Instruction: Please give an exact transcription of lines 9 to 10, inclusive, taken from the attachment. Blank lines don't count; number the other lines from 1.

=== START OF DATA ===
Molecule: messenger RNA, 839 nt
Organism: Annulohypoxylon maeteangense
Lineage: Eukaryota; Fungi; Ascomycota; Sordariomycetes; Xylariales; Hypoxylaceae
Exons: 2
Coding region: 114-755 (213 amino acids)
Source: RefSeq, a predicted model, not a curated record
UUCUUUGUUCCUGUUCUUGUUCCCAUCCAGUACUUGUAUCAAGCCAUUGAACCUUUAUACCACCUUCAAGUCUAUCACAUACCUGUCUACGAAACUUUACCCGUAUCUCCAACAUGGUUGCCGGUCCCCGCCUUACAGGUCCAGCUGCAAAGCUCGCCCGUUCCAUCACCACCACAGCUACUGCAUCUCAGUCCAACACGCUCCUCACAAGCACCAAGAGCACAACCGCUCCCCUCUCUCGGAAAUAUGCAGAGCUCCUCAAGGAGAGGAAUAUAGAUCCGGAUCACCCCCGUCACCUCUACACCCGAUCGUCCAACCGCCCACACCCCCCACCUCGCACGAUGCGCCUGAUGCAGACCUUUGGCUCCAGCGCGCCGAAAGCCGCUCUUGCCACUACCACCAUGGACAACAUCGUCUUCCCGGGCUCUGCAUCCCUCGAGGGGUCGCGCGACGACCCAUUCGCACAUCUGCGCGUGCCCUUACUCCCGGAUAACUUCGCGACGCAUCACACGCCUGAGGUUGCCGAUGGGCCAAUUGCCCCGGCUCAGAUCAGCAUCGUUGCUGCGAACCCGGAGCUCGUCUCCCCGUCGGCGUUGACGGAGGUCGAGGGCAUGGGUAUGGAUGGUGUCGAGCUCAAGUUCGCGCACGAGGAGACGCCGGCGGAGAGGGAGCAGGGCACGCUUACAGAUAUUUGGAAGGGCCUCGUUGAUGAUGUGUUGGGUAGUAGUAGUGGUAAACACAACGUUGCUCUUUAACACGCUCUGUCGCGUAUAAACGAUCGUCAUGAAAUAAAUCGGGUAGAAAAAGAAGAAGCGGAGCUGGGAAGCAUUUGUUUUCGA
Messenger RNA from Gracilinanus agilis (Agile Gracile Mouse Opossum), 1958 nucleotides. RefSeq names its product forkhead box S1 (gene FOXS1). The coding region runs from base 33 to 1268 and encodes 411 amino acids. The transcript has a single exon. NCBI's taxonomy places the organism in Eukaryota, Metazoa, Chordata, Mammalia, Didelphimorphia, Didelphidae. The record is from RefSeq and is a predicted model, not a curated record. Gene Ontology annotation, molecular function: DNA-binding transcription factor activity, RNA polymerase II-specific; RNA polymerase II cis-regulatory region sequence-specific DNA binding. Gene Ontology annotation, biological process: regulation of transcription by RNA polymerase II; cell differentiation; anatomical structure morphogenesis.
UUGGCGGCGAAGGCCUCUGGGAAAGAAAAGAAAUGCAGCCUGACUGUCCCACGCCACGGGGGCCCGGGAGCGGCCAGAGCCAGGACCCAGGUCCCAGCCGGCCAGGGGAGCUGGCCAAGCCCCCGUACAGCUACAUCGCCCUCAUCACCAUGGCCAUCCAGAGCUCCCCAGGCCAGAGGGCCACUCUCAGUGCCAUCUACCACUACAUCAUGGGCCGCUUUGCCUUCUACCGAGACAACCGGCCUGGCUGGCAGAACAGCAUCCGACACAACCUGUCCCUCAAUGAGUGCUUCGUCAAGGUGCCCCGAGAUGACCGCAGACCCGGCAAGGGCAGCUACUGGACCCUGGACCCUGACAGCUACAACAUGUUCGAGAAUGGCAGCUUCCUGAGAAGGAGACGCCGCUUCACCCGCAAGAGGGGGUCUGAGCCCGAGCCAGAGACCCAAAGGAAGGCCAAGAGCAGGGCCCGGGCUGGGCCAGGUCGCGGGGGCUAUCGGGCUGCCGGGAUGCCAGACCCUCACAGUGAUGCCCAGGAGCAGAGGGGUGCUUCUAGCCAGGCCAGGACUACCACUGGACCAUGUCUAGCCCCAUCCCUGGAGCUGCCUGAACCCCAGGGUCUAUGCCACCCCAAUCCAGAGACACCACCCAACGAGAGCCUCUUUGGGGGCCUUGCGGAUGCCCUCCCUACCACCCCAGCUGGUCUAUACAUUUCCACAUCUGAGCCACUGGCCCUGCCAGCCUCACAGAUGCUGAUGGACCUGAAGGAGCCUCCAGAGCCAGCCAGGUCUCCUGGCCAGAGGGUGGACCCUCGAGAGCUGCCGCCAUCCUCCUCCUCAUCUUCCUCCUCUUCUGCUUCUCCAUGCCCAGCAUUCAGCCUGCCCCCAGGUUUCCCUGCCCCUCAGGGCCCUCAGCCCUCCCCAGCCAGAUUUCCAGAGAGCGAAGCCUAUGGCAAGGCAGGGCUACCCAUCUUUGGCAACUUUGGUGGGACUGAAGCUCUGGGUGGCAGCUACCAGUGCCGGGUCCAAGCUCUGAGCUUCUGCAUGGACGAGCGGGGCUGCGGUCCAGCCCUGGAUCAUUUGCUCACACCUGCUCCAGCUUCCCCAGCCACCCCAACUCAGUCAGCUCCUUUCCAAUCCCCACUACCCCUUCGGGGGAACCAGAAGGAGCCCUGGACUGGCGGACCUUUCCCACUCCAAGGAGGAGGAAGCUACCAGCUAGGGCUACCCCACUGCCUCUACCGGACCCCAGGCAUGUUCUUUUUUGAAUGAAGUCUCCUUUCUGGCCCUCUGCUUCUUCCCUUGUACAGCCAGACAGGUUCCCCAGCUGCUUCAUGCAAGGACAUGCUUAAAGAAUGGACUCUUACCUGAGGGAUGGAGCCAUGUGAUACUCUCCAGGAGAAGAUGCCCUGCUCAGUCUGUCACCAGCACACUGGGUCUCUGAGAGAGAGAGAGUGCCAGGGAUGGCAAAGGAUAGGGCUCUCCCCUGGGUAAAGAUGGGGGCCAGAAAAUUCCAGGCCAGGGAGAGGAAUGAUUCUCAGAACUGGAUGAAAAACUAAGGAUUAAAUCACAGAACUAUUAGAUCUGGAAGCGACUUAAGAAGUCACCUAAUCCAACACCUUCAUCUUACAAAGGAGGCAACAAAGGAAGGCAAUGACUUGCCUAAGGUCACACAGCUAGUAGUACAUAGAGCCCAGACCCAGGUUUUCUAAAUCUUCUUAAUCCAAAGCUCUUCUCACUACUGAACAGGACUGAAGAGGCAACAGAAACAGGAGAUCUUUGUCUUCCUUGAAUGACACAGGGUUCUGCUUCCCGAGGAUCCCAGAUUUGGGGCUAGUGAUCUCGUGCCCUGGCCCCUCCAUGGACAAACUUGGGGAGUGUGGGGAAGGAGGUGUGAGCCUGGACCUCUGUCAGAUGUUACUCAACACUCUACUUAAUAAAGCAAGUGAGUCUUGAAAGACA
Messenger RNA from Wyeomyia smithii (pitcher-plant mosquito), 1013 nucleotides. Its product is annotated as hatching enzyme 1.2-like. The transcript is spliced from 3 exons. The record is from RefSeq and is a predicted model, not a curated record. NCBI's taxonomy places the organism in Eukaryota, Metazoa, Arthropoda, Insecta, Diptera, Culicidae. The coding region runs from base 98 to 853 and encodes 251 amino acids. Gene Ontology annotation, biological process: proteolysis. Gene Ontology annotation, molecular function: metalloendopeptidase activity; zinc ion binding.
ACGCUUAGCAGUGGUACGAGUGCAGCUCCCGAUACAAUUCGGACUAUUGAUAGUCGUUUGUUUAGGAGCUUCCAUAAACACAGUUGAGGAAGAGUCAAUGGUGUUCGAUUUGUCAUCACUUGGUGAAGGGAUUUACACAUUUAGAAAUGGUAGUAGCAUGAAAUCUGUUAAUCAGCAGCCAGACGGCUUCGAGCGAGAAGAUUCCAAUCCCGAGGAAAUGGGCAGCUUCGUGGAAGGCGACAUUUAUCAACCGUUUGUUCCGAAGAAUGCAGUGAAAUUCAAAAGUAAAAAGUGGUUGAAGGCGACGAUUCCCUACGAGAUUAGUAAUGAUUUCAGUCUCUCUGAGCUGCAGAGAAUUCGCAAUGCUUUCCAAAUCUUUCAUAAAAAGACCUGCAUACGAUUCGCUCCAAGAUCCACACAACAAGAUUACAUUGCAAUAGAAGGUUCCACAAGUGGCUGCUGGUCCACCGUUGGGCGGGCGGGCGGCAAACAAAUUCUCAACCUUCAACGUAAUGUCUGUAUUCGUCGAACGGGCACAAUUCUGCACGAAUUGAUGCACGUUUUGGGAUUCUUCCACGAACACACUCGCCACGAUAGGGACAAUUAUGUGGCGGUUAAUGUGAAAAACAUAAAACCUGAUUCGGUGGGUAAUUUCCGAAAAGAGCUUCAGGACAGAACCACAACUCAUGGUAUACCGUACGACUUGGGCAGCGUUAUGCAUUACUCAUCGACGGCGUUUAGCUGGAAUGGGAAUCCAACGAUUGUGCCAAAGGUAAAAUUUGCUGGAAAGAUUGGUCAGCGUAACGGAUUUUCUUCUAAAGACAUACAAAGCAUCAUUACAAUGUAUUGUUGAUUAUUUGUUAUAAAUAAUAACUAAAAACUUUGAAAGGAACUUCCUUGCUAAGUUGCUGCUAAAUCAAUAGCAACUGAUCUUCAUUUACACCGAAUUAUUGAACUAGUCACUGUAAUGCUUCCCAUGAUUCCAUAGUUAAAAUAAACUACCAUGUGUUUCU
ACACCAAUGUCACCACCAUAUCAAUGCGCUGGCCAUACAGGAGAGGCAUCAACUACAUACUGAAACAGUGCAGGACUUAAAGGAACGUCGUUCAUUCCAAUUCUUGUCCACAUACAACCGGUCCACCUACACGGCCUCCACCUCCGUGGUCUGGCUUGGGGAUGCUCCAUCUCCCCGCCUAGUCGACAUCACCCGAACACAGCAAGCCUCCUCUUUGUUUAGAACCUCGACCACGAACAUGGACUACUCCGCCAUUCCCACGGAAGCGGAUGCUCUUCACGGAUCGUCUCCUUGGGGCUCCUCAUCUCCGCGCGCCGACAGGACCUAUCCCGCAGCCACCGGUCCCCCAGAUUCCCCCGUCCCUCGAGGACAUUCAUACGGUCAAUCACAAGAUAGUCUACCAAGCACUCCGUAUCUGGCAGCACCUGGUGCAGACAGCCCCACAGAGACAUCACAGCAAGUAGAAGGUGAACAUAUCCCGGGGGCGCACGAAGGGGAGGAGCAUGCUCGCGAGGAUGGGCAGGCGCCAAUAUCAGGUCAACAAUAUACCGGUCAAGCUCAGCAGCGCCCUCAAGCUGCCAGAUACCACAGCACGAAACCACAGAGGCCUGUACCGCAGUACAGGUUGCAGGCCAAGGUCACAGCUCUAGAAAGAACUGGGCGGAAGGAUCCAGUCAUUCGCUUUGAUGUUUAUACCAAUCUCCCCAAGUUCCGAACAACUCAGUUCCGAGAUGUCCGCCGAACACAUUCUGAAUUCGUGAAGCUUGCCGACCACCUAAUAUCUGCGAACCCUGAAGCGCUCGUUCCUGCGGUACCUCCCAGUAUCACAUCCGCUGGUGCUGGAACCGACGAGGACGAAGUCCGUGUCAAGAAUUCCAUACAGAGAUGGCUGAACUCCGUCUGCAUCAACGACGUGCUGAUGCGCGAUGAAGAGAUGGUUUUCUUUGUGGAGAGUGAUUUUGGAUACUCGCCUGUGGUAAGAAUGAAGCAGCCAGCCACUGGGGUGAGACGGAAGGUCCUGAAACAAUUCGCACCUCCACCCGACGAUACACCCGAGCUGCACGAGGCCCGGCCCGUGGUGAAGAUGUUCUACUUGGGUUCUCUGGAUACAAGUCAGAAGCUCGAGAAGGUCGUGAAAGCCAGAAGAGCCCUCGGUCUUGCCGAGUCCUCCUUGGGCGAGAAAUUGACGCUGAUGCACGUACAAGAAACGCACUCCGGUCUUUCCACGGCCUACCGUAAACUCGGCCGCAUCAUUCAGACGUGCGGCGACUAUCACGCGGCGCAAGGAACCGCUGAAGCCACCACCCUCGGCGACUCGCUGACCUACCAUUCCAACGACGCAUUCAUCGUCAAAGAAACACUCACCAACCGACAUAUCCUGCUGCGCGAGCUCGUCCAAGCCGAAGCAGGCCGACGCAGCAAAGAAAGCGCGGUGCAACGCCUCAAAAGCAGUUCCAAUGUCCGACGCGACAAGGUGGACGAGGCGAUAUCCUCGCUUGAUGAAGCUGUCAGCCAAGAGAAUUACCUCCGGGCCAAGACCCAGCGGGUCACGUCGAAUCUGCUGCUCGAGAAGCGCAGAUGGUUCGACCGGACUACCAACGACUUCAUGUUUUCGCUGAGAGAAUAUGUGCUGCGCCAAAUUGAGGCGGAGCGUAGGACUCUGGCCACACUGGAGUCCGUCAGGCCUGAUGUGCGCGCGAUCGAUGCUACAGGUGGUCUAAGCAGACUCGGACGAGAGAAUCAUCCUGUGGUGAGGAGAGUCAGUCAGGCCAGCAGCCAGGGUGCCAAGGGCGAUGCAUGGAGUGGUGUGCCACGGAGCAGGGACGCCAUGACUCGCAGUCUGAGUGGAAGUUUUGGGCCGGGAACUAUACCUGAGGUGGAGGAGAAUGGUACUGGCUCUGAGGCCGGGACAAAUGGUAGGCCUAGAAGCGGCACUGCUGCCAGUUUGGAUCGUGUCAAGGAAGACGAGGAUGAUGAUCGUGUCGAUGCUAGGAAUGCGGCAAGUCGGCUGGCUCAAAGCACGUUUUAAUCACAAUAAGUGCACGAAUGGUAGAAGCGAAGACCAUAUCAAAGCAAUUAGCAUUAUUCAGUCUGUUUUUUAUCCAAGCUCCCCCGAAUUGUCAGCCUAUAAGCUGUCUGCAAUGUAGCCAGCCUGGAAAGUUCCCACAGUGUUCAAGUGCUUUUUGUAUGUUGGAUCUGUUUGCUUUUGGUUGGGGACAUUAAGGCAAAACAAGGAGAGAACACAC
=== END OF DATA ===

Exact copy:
UUGGCGGCGAAGGCCUCUGGGAAAGAAAAGAAAUGCAGCCUGACUGUCCCACGCCACGGGGGCCCGGGAGCGGCCAGAGCCAGGACCCAGGUCCCAGCCGGCCAGGGGAGCUGGCCAAGCCCCCGUACAGCUACAUCGCCCUCAUCACCAUGGCCAUCCAGAGCUCCCCAGGCCAGAGGGCCACUCUCAGUGCCAUCUACCACUACAUCAUGGGCCGCUUUGCCUUCUACCGAGACAACCGGCCUGGCUGGCAGAACAGCAUCCGACACAACCUGUCCCUCAAUGAGUGCUUCGUCAAGGUGCCCCGAGAUGACCGCAGACCCGGCAAGGGCAGCUACUGGACCCUGGACCCUGACAGCUACAACAUGUUCGAGAAUGGCAGCUUCCUGAGAAGGAGACGCCGCUUCACCCGCAAGAGGGGGUCUGAGCCCGAGCCAGAGACCCAAAGGAAGGCCAAGAGCAGGGCCCGGGCUGGGCCAGGUCGCGGGGGCUAUCGGGCUGCCGGGAUGCCAGACCCUCACAGUGAUGCCCAGGAGCAGAGGGGUGCUUCUAGCCAGGCCAGGACUACCACUGGACCAUGUCUAGCCCCAUCCCUGGAGCUGCCUGAACCCCAGGGUCUAUGCCACCCCAAUCCAGAGACACCACCCAACGAGAGCCUCUUUGGGGGCCUUGCGGAUGCCCUCCCUACCACCCCAGCUGGUCUAUACAUUUCCACAUCUGAGCCACUGGCCCUGCCAGCCUCACAGAUGCUGAUGGACCUGAAGGAGCCUCCAGAGCCAGCCAGGUCUCCUGGCCAGAGGGUGGACCCUCGAGAGCUGCCGCCAUCCUCCUCCUCAUCUUCCUCCUCUUCUGCUUCUCCAUGCCCAGCAUUCAGCCUGCCCCCAGGUUUCCCUGCCCCUCAGGGCCCUCAGCCCUCCCCAGCCAGAUUUCCAGAGAGCGAAGCCUAUGGCAAGGCAGGGCUACCCAUCUUUGGCAACUUUGGUGGGACUGAAGCUCUGGGUGGCAGCUACCAGUGCCGGGUCCAAGCUCUGAGCUUCUGCAUGGACGAGCGGGGCUGCGGUCCAGCCCUGGAUCAUUUGCUCACACCUGCUCCAGCUUCCCCAGCCACCCCAACUCAGUCAGCUCCUUUCCAAUCCCCACUACCCCUUCGGGGGAACCAGAAGGAGCCCUGGACUGGCGGACCUUUCCCACUCCAAGGAGGAGGAAGCUACCAGCUAGGGCUACCCCACUGCCUCUACCGGACCCCAGGCAUGUUCUUUUUUGAAUGAAGUCUCCUUUCUGGCCCUCUGCUUCUUCCCUUGUACAGCCAGACAGGUUCCCCAGCUGCUUCAUGCAAGGACAUGCUUAAAGAAUGGACUCUUACCUGAGGGAUGGAGCCAUGUGAUACUCUCCAGGAGAAGAUGCCCUGCUCAGUCUGUCACCAGCACACUGGGUCUCUGAGAGAGAGAGAGUGCCAGGGAUGGCAAAGGAUAGGGCUCUCCCCUGGGUAAAGAUGGGGGCCAGAAAAUUCCAGGCCAGGGAGAGGAAUGAUUCUCAGAACUGGAUGAAAAACUAAGGAUUAAAUCACAGAACUAUUAGAUCUGGAAGCGACUUAAGAAGUCACCUAAUCCAACACCUUCAUCUUACAAAGGAGGCAACAAAGGAAGGCAAUGACUUGCCUAAGGUCACACAGCUAGUAGUACAUAGAGCCCAGACCCAGGUUUUCUAAAUCUUCUUAAUCCAAAGCUCUUCUCACUACUGAACAGGACUGAAGAGGCAACAGAAACAGGAGAUCUUUGUCUUCCUUGAAUGACACAGGGUUCUGCUUCCCGAGGAUCCCAGAUUUGGGGCUAGUGAUCUCGUGCCCUGGCCCCUCCAUGGACAAACUUGGGGAGUGUGGGGAAGGAGGUGUGAGCCUGGACCUCUGUCAGAUGUUACUCAACACUCUACUUAAUAAAGCAAGUGAGUCUUGAAAGACA
Messenger RNA from Wyeomyia smithii (pitcher-plant mosquito), 1013 nucleotides. Its product is annotated as hatching enzyme 1.2-like. The transcript is spliced from 3 exons. The record is from RefSeq and is a predicted model, not a curated record. NCBI's taxonomy places the organism in Eukaryota, Metazoa, Arthropoda, Insecta, Diptera, Culicidae. The coding region runs from base 98 to 853 and encodes 251 amino acids. Gene Ontology annotation, biological process: proteolysis. Gene Ontology annotation, molecular function: metalloendopeptidase activity; zinc ion binding.